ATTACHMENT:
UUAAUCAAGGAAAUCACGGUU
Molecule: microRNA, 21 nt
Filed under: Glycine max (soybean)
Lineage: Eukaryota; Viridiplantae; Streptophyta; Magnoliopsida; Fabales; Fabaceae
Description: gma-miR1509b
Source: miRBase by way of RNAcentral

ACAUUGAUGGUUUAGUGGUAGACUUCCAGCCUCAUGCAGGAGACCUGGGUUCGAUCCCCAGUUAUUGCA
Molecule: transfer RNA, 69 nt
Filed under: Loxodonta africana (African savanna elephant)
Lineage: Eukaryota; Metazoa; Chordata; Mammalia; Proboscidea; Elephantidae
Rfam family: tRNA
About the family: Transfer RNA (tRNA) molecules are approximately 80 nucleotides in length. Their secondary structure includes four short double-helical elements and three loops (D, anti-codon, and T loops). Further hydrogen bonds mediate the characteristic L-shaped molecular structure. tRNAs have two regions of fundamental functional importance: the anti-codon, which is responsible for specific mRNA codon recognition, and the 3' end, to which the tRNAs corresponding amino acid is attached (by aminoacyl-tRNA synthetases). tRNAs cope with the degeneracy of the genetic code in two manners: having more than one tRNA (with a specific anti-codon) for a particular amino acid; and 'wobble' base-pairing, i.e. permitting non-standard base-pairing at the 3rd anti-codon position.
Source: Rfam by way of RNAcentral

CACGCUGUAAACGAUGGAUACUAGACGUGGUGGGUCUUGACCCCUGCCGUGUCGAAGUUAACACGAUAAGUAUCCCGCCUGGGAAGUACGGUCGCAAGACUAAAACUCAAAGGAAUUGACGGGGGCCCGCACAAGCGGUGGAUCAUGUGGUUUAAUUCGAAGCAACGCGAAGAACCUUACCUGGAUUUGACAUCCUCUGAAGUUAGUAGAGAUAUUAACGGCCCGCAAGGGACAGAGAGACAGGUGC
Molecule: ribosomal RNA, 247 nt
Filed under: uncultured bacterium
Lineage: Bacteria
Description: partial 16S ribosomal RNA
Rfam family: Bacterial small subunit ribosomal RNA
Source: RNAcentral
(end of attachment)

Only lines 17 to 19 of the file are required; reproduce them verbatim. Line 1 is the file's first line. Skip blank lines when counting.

Lineage: Bacteria
Description: partial 16S ribosomal RNA
Rfam family: Bacterial small subunit ribosomal RNA